Repairs Complete At Force Main Sewer Break In Chesterfield

April 22, 2014

Crews and contractors with the Metropolitan St. Louis Sewer District (MSD) have finished repairs to the underground force main sewer break in Chesterfield, Missouri.  Pump stations along the force main will ramp up to full operations over the course of the next several hours, returning the system to normal operations.

To effect repairs, the force main sewer had to be temporarily shut down while workers replaced the damaged pipe.  This shutdown caused several overflows of sewage from manholes along the force main.  Affected areas include:

  • The intersection of Crystal Spring Drive and Brighthurst Drive in Chesterfield.
  • Portions of the walk/bike trail that runs along the Monarch Chesterfield levee south of Chesterfield Commons.
  • Portions of Caulks Creek.
  • Portions of Bonhomme Creek.

MSD has placed warning signs in these areas, advising the public of the overflows.  While there is no immediate threat to public health or safety, the public is asked to heed the signs and avoid contact with the affected areas.  If a member of the public should come in contact with these areas, they should immediately and thoroughly wash with soap and water.

MSD will continue to monitor manholes in the area.  If a member of the public should come across what they suspect to be an overflowing manhole, they should contact MSD’s 24-hour Customer Service Center at (314) 768-6260.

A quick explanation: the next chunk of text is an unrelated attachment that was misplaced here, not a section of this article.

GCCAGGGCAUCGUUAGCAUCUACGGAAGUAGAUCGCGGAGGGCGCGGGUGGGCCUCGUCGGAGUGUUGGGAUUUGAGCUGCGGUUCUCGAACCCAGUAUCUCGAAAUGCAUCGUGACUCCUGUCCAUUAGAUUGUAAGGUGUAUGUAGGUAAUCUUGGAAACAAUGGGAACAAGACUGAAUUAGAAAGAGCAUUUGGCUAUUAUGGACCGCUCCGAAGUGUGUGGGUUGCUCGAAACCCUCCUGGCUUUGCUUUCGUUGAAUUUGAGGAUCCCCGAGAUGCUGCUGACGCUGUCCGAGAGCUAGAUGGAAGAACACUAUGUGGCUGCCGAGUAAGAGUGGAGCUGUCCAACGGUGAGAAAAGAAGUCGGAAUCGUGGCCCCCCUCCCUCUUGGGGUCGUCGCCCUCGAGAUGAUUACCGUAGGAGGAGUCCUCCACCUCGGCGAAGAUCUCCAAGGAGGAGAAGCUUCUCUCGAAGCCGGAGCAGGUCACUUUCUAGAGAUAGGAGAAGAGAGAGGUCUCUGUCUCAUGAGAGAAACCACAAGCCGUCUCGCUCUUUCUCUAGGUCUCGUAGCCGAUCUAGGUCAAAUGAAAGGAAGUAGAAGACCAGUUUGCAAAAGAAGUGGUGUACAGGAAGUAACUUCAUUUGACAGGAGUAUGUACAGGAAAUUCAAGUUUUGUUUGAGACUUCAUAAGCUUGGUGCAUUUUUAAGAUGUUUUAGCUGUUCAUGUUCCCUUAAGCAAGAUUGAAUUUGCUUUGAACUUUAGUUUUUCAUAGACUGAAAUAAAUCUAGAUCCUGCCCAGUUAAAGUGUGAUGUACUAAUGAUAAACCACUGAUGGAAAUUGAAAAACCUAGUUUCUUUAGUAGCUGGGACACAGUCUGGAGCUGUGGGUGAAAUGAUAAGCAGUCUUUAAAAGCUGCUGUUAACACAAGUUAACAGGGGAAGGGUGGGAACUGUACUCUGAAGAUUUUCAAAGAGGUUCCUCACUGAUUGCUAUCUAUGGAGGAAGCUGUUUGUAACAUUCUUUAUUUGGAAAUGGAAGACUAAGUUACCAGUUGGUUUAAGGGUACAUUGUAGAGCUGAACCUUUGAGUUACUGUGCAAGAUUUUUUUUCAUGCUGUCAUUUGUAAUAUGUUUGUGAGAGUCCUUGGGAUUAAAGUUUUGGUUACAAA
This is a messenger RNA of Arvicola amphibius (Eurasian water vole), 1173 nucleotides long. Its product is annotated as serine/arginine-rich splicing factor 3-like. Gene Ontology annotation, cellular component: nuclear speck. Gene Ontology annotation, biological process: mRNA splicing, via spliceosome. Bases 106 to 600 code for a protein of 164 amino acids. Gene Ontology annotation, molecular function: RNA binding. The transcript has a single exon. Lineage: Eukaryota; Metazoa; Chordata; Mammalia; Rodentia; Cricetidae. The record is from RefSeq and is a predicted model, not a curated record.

Once full operations of the force main sewer resume, cleanup at the break and associated locations will commence.  While an exact timeframe is not yet available, cleanup will take at least several days.

The break in the force main sewer is just west of the intersection of West Drive and North Drive in Chesterfield.  Sewage from the damaged force main sewer has been contained on the property at the site of the break.  The break was reported to MSD by the property owner at approximately 3:00 PM on Monday, April 21, 2014.

A force main sewer is a sewer line through which wastewater is propelled by the force of pump stations located along the path of the sewer.  Pump stations are sometimes necessary to overcome gravity and allow for the transport of wastewater to area treatment plants.  Force mains are made of cast iron and can last anywhere from 25 to 50 years, depending upon the amount of flow the line handles and the corrosive properties of the wastewater.